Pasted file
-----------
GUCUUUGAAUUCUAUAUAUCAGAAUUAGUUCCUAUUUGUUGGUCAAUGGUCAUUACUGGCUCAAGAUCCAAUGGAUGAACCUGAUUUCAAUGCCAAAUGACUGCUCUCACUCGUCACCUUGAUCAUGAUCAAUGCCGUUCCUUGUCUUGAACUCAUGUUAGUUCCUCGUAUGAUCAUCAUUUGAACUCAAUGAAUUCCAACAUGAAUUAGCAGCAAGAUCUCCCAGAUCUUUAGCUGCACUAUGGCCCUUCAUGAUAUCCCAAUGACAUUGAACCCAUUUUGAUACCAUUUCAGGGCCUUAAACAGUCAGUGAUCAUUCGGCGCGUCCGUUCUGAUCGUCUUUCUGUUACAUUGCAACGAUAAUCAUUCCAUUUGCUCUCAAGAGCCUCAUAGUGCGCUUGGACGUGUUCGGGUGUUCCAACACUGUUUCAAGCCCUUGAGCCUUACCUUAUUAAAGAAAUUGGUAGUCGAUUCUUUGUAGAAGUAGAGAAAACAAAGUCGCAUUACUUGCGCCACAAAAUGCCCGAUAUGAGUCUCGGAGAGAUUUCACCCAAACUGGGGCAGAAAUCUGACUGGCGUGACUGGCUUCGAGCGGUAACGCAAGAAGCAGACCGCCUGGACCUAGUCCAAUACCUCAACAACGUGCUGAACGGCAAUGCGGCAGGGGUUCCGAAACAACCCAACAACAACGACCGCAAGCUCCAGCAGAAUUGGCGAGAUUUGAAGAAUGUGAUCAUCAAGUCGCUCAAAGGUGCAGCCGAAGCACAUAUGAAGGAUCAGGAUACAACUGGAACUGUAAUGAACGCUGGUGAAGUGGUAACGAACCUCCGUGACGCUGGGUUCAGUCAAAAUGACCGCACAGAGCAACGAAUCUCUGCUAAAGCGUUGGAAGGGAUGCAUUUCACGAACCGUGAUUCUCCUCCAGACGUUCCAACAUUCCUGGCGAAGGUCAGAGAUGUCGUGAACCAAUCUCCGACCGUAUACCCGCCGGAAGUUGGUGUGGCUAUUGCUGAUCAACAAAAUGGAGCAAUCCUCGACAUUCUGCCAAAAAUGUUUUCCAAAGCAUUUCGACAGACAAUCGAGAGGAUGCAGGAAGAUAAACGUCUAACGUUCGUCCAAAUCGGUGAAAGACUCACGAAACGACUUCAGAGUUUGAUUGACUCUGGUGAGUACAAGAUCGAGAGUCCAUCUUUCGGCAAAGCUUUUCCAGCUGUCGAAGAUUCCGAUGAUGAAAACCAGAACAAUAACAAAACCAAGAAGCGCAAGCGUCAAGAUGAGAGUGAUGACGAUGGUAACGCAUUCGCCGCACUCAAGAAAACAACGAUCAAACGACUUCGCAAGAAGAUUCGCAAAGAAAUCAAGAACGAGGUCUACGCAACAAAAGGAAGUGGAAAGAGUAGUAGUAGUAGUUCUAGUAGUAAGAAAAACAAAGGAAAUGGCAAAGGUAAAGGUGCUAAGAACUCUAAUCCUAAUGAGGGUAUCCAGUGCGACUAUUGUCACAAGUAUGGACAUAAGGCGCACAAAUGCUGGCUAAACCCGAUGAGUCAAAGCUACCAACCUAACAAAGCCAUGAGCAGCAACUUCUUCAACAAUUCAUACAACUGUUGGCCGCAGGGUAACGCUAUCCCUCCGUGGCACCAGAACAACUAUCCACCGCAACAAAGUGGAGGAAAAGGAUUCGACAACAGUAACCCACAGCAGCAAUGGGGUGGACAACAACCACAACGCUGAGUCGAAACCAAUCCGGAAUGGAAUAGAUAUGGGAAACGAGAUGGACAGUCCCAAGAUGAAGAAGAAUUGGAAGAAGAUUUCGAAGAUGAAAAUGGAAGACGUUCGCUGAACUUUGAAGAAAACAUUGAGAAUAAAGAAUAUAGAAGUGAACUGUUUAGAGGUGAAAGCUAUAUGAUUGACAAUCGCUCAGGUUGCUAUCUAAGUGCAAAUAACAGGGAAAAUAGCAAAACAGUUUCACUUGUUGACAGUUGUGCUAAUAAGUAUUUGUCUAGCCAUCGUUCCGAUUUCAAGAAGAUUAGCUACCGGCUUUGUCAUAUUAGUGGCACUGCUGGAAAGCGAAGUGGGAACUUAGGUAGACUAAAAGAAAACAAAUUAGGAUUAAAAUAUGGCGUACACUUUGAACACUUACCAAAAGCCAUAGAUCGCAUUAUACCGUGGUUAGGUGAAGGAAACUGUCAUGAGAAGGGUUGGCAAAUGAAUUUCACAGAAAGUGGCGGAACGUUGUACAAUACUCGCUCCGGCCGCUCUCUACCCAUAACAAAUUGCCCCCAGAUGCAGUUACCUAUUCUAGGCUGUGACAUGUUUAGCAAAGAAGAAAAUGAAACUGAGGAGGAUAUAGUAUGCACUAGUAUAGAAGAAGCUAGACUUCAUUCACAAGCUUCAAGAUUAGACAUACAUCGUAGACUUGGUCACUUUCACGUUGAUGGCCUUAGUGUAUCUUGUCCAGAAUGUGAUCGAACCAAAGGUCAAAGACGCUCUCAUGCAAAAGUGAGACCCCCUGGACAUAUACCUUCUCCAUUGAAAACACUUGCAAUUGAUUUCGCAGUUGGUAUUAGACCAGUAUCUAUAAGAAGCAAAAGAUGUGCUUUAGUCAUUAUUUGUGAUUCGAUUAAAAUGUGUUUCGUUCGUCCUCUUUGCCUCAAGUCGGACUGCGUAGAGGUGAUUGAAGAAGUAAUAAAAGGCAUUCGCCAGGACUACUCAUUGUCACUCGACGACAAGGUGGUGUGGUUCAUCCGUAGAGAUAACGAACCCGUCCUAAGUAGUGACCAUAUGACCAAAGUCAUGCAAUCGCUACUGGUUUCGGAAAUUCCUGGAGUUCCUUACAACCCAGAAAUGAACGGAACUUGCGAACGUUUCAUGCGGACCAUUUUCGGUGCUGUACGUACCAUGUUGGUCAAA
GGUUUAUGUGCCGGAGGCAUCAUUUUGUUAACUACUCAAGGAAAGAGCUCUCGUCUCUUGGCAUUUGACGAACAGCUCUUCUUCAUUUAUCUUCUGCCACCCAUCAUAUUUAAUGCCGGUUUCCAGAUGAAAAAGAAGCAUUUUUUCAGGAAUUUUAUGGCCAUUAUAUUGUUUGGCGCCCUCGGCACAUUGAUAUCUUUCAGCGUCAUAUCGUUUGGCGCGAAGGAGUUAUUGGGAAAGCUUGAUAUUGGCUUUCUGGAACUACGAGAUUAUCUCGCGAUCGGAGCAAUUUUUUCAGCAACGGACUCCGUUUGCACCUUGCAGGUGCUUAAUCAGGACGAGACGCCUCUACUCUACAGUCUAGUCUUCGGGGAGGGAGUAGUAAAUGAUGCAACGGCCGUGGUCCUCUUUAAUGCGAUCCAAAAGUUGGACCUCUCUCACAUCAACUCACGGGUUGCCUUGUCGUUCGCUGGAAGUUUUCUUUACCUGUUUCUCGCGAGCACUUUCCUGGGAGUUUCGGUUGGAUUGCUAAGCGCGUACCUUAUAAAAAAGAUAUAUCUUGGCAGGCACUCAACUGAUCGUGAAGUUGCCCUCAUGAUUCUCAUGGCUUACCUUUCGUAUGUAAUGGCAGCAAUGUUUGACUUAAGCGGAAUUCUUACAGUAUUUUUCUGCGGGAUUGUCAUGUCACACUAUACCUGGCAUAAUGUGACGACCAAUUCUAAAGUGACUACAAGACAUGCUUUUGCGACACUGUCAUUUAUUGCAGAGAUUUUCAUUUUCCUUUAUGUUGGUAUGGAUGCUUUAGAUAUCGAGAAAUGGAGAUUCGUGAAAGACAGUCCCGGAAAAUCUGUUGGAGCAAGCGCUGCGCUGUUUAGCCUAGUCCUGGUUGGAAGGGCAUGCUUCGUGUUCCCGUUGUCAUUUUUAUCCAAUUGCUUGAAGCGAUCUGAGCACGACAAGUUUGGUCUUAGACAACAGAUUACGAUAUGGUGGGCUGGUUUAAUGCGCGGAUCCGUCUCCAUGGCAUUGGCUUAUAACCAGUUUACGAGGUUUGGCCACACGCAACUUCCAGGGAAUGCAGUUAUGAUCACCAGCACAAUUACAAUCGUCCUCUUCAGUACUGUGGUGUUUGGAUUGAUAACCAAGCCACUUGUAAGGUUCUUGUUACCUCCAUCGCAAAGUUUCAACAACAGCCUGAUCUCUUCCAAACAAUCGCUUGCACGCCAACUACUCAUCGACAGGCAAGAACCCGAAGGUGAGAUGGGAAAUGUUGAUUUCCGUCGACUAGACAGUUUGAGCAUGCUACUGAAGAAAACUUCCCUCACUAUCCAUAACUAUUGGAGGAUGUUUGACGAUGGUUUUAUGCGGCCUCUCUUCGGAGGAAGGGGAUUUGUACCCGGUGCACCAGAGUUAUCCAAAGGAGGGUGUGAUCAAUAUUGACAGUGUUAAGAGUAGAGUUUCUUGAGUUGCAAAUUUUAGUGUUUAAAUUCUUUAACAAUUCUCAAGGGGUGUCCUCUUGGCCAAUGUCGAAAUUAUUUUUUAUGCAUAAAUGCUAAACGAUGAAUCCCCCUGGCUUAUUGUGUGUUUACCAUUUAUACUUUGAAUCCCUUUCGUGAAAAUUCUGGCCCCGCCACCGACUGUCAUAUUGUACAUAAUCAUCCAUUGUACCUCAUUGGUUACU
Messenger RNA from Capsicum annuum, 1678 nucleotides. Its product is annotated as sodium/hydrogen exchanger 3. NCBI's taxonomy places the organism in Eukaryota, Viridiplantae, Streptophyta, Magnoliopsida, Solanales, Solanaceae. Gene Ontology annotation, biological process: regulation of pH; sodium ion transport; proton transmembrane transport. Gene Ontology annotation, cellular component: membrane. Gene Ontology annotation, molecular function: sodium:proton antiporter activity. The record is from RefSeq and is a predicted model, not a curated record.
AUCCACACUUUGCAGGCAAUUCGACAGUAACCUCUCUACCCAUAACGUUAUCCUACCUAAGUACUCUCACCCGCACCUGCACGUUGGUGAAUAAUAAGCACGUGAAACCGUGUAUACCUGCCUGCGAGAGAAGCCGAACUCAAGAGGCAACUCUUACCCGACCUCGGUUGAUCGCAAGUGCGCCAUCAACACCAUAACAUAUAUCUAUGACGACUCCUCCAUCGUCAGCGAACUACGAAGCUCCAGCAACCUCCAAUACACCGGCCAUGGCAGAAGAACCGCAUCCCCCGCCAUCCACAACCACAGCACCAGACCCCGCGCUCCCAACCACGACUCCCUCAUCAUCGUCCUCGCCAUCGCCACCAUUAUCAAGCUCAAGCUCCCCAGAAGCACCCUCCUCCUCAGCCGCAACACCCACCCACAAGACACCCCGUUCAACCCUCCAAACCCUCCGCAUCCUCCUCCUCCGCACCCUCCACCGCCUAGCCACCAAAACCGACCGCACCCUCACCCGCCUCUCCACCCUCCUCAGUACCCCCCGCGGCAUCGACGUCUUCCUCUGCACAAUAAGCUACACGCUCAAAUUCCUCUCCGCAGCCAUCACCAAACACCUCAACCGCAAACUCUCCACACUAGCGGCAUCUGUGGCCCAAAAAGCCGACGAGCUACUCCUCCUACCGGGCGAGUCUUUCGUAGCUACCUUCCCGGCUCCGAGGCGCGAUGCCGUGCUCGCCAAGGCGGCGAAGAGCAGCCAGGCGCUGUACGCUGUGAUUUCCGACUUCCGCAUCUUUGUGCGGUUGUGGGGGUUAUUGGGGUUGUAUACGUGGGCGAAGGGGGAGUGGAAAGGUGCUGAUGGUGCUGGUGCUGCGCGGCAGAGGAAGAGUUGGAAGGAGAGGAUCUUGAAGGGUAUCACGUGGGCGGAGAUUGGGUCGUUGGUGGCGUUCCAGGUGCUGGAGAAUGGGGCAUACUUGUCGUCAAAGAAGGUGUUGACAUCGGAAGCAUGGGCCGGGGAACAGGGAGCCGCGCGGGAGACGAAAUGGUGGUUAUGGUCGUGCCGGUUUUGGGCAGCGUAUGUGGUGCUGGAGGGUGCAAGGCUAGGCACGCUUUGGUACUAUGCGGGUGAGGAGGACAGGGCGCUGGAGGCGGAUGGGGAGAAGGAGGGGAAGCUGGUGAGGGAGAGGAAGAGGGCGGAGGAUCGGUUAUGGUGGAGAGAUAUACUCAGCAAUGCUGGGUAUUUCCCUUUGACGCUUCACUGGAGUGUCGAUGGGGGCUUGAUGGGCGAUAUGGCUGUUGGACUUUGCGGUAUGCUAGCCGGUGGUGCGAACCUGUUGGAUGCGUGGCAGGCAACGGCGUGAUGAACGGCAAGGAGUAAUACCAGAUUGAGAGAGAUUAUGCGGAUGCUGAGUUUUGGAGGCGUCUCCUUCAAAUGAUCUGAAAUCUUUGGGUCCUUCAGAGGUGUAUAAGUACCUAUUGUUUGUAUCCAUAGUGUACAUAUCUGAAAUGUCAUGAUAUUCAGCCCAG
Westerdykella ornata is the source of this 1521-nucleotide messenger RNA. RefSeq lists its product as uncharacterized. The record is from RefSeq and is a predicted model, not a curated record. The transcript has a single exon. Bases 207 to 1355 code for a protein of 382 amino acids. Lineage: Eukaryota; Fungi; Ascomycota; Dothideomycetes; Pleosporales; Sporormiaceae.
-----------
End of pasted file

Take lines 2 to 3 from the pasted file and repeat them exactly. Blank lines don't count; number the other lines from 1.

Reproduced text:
GGUUUAUGUGCCGGAGGCAUCAUUUUGUUAACUACUCAAGGAAAGAGCUCUCGUCUCUUGGCAUUUGACGAACAGCUCUUCUUCAUUUAUCUUCUGCCACCCAUCAUAUUUAAUGCCGGUUUCCAGAUGAAAAAGAAGCAUUUUUUCAGGAAUUUUAUGGCCAUUAUAUUGUUUGGCGCCCUCGGCACAUUGAUAUCUUUCAGCGUCAUAUCGUUUGGCGCGAAGGAGUUAUUGGGAAAGCUUGAUAUUGGCUUUCUGGAACUACGAGAUUAUCUCGCGAUCGGAGCAAUUUUUUCAGCAACGGACUCCGUUUGCACCUUGCAGGUGCUUAAUCAGGACGAGACGCCUCUACUCUACAGUCUAGUCUUCGGGGAGGGAGUAGUAAAUGAUGCAACGGCCGUGGUCCUCUUUAAUGCGAUCCAAAAGUUGGACCUCUCUCACAUCAACUCACGGGUUGCCUUGUCGUUCGCUGGAAGUUUUCUUUACCUGUUUCUCGCGAGCACUUUCCUGGGAGUUUCGGUUGGAUUGCUAAGCGCGUACCUUAUAAAAAAGAUAUAUCUUGGCAGGCACUCAACUGAUCGUGAAGUUGCCCUCAUGAUUCUCAUGGCUUACCUUUCGUAUGUAAUGGCAGCAAUGUUUGACUUAAGCGGAAUUCUUACAGUAUUUUUCUGCGGGAUUGUCAUGUCACACUAUACCUGGCAUAAUGUGACGACCAAUUCUAAAGUGACUACAAGACAUGCUUUUGCGACACUGUCAUUUAUUGCAGAGAUUUUCAUUUUCCUUUAUGUUGGUAUGGAUGCUUUAGAUAUCGAGAAAUGGAGAUUCGUGAAAGACAGUCCCGGAAAAUCUGUUGGAGCAAGCGCUGCGCUGUUUAGCCUAGUCCUGGUUGGAAGGGCAUGCUUCGUGUUCCCGUUGUCAUUUUUAUCCAAUUGCUUGAAGCGAUCUGAGCACGACAAGUUUGGUCUUAGACAACAGAUUACGAUAUGGUGGGCUGGUUUAAUGCGCGGAUCCGUCUCCAUGGCAUUGGCUUAUAACCAGUUUACGAGGUUUGGCCACACGCAACUUCCAGGGAAUGCAGUUAUGAUCACCAGCACAAUUACAAUCGUCCUCUUCAGUACUGUGGUGUUUGGAUUGAUAACCAAGCCACUUGUAAGGUUCUUGUUACCUCCAUCGCAAAGUUUCAACAACAGCCUGAUCUCUUCCAAACAAUCGCUUGCACGCCAACUACUCAUCGACAGGCAAGAACCCGAAGGUGAGAUGGGAAAUGUUGAUUUCCGUCGACUAGACAGUUUGAGCAUGCUACUGAAGAAAACUUCCCUCACUAUCCAUAACUAUUGGAGGAUGUUUGACGAUGGUUUUAUGCGGCCUCUCUUCGGAGGAAGGGGAUUUGUACCCGGUGCACCAGAGUUAUCCAAAGGAGGGUGUGAUCAAUAUUGACAGUGUUAAGAGUAGAGUUUCUUGAGUUGCAAAUUUUAGUGUUUAAAUUCUUUAACAAUUCUCAAGGGGUGUCCUCUUGGCCAAUGUCGAAAUUAUUUUUUAUGCAUAAAUGCUAAACGAUGAAUCCCCCUGGCUUAUUGUGUGUUUACCAUUUAUACUUUGAAUCCCUUUCGUGAAAAUUCUGGCCCCGCCACCGACUGUCAUAUUGUACAUAAUCAUCCAUUGUACCUCAUUGGUUACU
Messenger RNA from Capsicum annuum, 1678 nucleotides. Its product is annotated as sodium/hydrogen exchanger 3. NCBI's taxonomy places the organism in Eukaryota, Viridiplantae, Streptophyta, Magnoliopsida, Solanales, Solanaceae. Gene Ontology annotation, biological process: regulation of pH; sodium ion transport; proton transmembrane transport. Gene Ontology annotation, cellular component: membrane. Gene Ontology annotation, molecular function: sodium:proton antiporter activity. The record is from RefSeq and is a predicted model, not a curated record.